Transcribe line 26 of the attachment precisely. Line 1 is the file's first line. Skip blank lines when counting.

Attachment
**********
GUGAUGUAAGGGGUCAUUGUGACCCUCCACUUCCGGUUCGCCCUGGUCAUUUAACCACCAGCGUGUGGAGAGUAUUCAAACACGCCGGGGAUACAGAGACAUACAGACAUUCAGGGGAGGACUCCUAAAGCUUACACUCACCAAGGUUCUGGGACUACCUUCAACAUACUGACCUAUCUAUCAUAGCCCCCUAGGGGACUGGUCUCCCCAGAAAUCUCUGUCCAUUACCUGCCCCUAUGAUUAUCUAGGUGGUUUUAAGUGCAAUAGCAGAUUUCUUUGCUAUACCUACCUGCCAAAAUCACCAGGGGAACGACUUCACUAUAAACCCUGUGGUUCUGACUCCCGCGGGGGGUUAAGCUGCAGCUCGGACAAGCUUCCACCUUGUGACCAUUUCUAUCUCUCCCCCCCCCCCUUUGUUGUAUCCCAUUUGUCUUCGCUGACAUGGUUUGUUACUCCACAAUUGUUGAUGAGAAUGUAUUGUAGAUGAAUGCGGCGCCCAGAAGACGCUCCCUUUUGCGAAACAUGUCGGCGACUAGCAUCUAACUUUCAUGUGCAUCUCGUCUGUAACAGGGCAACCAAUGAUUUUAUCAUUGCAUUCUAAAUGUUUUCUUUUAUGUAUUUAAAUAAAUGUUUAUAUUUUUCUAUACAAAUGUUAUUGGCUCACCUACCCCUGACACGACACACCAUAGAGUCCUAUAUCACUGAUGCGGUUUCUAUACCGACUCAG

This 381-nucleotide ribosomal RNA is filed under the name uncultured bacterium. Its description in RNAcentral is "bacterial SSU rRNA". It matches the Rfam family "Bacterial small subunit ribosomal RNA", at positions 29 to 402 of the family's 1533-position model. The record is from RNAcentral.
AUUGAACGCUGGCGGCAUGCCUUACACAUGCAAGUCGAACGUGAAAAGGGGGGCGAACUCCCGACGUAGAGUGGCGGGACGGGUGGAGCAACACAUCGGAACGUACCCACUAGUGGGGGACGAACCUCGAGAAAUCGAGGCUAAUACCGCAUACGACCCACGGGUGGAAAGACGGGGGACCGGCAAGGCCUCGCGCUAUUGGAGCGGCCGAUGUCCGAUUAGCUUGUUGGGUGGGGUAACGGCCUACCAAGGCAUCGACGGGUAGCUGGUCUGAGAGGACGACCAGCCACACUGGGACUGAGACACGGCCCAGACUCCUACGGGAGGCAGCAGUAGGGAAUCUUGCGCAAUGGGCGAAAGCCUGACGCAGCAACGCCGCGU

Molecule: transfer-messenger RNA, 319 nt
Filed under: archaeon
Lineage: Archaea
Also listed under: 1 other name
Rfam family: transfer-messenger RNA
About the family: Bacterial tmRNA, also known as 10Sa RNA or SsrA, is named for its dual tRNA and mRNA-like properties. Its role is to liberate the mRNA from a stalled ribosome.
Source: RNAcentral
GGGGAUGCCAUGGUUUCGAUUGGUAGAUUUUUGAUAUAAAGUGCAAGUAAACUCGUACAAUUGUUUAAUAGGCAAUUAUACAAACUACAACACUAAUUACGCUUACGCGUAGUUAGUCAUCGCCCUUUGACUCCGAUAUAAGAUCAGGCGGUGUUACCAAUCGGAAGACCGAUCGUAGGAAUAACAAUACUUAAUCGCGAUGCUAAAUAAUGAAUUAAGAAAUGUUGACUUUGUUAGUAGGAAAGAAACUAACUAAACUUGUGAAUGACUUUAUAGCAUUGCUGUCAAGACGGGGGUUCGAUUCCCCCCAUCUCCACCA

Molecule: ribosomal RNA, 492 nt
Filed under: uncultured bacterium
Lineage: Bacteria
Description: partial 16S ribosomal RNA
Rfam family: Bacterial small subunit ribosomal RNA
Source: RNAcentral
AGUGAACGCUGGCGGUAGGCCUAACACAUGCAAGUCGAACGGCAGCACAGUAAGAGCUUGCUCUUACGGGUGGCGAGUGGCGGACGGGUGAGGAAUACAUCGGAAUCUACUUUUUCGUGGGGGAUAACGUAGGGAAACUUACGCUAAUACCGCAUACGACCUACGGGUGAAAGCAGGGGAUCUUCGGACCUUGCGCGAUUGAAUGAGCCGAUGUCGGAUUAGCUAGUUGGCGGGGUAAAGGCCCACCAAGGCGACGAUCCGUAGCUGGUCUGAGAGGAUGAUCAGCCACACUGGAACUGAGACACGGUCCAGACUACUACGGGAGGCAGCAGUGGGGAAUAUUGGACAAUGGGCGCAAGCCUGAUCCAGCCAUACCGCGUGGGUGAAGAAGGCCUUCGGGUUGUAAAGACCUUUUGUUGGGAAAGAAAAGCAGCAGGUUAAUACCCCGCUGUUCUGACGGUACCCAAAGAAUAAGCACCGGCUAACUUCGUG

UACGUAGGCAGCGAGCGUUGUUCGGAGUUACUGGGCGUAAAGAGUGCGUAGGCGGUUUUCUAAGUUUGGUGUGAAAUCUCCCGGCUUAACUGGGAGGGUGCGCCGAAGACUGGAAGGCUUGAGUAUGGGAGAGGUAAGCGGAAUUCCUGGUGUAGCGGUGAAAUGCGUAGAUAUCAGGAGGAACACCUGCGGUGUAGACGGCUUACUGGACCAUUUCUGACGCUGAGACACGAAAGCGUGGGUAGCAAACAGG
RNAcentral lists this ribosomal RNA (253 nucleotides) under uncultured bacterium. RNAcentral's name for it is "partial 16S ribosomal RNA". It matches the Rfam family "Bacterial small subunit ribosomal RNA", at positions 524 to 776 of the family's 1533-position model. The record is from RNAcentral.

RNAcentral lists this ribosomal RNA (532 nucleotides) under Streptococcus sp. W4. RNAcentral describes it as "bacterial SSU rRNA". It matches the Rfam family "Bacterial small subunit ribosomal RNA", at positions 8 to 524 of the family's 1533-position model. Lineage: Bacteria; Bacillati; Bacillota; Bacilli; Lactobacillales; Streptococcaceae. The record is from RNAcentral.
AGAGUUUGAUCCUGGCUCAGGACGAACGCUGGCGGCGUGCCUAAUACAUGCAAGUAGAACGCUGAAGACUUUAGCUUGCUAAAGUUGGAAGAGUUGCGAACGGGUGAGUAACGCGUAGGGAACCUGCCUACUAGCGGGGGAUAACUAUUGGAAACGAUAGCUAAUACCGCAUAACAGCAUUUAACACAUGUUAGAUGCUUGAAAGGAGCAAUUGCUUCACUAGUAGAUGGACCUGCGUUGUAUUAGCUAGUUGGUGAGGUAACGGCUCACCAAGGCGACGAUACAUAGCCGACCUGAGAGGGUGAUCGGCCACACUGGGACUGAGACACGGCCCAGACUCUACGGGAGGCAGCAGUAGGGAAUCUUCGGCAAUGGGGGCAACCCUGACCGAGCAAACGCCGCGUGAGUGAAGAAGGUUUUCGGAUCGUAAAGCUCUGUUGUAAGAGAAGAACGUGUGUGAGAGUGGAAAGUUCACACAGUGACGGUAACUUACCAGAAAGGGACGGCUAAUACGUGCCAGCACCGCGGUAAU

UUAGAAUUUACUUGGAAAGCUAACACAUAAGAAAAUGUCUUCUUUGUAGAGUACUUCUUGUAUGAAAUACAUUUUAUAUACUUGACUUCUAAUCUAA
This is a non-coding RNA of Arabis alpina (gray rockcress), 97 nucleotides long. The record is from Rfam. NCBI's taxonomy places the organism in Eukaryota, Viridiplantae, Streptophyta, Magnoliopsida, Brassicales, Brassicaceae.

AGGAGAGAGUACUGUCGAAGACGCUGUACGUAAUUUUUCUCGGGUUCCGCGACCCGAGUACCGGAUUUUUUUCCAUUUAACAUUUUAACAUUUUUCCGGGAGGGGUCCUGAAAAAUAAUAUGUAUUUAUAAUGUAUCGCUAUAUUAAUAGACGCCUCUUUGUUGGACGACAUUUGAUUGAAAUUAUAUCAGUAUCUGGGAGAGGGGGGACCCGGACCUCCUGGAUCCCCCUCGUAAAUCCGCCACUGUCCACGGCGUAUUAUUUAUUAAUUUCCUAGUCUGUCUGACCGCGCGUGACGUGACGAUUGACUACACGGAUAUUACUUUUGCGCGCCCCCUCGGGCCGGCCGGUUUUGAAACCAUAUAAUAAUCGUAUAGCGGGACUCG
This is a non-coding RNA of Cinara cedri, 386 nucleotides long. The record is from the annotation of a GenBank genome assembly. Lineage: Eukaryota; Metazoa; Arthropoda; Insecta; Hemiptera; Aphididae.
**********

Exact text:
This is a non-coding RNA of Cinara cedri, 386 nucleotides long. The record is from the annotation of a GenBank genome assembly. Lineage: Eukaryota; Metazoa; Arthropoda; Insecta; Hemiptera; Aphididae.